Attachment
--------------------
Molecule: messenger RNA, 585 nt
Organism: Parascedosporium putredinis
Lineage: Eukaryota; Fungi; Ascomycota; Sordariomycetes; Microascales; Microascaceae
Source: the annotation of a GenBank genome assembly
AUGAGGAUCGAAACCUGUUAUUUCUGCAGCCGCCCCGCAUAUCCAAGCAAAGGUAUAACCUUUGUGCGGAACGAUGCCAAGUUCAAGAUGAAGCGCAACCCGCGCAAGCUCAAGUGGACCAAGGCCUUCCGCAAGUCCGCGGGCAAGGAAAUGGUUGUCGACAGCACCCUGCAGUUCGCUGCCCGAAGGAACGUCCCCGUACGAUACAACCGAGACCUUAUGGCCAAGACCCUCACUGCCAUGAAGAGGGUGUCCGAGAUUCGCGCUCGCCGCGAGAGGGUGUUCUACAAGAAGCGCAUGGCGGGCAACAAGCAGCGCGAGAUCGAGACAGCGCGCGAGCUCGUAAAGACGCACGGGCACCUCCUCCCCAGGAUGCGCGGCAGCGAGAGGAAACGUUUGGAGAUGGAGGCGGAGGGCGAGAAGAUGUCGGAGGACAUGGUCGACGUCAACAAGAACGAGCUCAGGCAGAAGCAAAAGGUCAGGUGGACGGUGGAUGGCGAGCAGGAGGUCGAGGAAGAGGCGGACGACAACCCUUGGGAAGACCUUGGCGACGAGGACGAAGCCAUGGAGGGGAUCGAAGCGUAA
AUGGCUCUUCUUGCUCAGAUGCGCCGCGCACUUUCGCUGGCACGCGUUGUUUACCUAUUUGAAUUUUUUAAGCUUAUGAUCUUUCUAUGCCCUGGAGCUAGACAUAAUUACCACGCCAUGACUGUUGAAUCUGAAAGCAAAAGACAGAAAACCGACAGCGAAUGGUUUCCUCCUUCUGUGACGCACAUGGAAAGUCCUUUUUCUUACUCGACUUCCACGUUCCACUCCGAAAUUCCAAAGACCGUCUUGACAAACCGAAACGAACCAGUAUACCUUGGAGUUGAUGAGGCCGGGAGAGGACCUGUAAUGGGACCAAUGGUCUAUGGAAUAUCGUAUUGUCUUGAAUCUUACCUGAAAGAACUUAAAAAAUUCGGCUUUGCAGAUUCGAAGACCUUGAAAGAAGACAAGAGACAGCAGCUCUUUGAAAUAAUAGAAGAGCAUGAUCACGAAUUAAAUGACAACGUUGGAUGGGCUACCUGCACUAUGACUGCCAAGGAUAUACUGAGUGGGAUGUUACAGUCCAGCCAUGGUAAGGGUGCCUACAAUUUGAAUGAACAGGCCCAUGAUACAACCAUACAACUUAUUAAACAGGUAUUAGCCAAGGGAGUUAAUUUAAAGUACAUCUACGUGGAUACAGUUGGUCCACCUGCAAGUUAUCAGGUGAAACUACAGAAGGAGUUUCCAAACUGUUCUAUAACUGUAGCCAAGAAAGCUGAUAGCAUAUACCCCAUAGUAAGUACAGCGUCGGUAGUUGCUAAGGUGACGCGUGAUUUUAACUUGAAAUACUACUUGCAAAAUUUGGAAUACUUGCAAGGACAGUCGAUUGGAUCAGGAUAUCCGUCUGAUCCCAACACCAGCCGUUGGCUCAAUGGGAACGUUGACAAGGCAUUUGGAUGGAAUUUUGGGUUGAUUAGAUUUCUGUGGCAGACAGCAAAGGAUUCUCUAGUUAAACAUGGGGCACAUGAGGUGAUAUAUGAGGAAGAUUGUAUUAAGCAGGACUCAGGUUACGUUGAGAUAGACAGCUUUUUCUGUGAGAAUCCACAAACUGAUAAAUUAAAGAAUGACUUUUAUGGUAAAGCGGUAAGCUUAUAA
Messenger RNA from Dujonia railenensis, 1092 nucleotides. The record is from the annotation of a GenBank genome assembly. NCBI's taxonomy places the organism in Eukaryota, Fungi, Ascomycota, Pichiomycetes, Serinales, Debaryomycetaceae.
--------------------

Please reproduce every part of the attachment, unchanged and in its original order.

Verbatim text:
Molecule: messenger RNA, 585 nt
Organism: Parascedosporium putredinis
Lineage: Eukaryota; Fungi; Ascomycota; Sordariomycetes; Microascales; Microascaceae
Source: the annotation of a GenBank genome assembly
AUGAGGAUCGAAACCUGUUAUUUCUGCAGCCGCCCCGCAUAUCCAAGCAAAGGUAUAACCUUUGUGCGGAACGAUGCCAAGUUCAAGAUGAAGCGCAACCCGCGCAAGCUCAAGUGGACCAAGGCCUUCCGCAAGUCCGCGGGCAAGGAAAUGGUUGUCGACAGCACCCUGCAGUUCGCUGCCCGAAGGAACGUCCCCGUACGAUACAACCGAGACCUUAUGGCCAAGACCCUCACUGCCAUGAAGAGGGUGUCCGAGAUUCGCGCUCGCCGCGAGAGGGUGUUCUACAAGAAGCGCAUGGCGGGCAACAAGCAGCGCGAGAUCGAGACAGCGCGCGAGCUCGUAAAGACGCACGGGCACCUCCUCCCCAGGAUGCGCGGCAGCGAGAGGAAACGUUUGGAGAUGGAGGCGGAGGGCGAGAAGAUGUCGGAGGACAUGGUCGACGUCAACAAGAACGAGCUCAGGCAGAAGCAAAAGGUCAGGUGGACGGUGGAUGGCGAGCAGGAGGUCGAGGAAGAGGCGGACGACAACCCUUGGGAAGACCUUGGCGACGAGGACGAAGCCAUGGAGGGGAUCGAAGCGUAA
AUGGCUCUUCUUGCUCAGAUGCGCCGCGCACUUUCGCUGGCACGCGUUGUUUACCUAUUUGAAUUUUUUAAGCUUAUGAUCUUUCUAUGCCCUGGAGCUAGACAUAAUUACCACGCCAUGACUGUUGAAUCUGAAAGCAAAAGACAGAAAACCGACAGCGAAUGGUUUCCUCCUUCUGUGACGCACAUGGAAAGUCCUUUUUCUUACUCGACUUCCACGUUCCACUCCGAAAUUCCAAAGACCGUCUUGACAAACCGAAACGAACCAGUAUACCUUGGAGUUGAUGAGGCCGGGAGAGGACCUGUAAUGGGACCAAUGGUCUAUGGAAUAUCGUAUUGUCUUGAAUCUUACCUGAAAGAACUUAAAAAAUUCGGCUUUGCAGAUUCGAAGACCUUGAAAGAAGACAAGAGACAGCAGCUCUUUGAAAUAAUAGAAGAGCAUGAUCACGAAUUAAAUGACAACGUUGGAUGGGCUACCUGCACUAUGACUGCCAAGGAUAUACUGAGUGGGAUGUUACAGUCCAGCCAUGGUAAGGGUGCCUACAAUUUGAAUGAACAGGCCCAUGAUACAACCAUACAACUUAUUAAACAGGUAUUAGCCAAGGGAGUUAAUUUAAAGUACAUCUACGUGGAUACAGUUGGUCCACCUGCAAGUUAUCAGGUGAAACUACAGAAGGAGUUUCCAAACUGUUCUAUAACUGUAGCCAAGAAAGCUGAUAGCAUAUACCCCAUAGUAAGUACAGCGUCGGUAGUUGCUAAGGUGACGCGUGAUUUUAACUUGAAAUACUACUUGCAAAAUUUGGAAUACUUGCAAGGACAGUCGAUUGGAUCAGGAUAUCCGUCUGAUCCCAACACCAGCCGUUGGCUCAAUGGGAACGUUGACAAGGCAUUUGGAUGGAAUUUUGGGUUGAUUAGAUUUCUGUGGCAGACAGCAAAGGAUUCUCUAGUUAAACAUGGGGCACAUGAGGUGAUAUAUGAGGAAGAUUGUAUUAAGCAGGACUCAGGUUACGUUGAGAUAGACAGCUUUUUCUGUGAGAAUCCACAAACUGAUAAAUUAAAGAAUGACUUUUAUGGUAAAGCGGUAAGCUUAUAA
Messenger RNA from Dujonia railenensis, 1092 nucleotides. The record is from the annotation of a GenBank genome assembly. NCBI's taxonomy places the organism in Eukaryota, Fungi, Ascomycota, Pichiomycetes, Serinales, Debaryomycetaceae.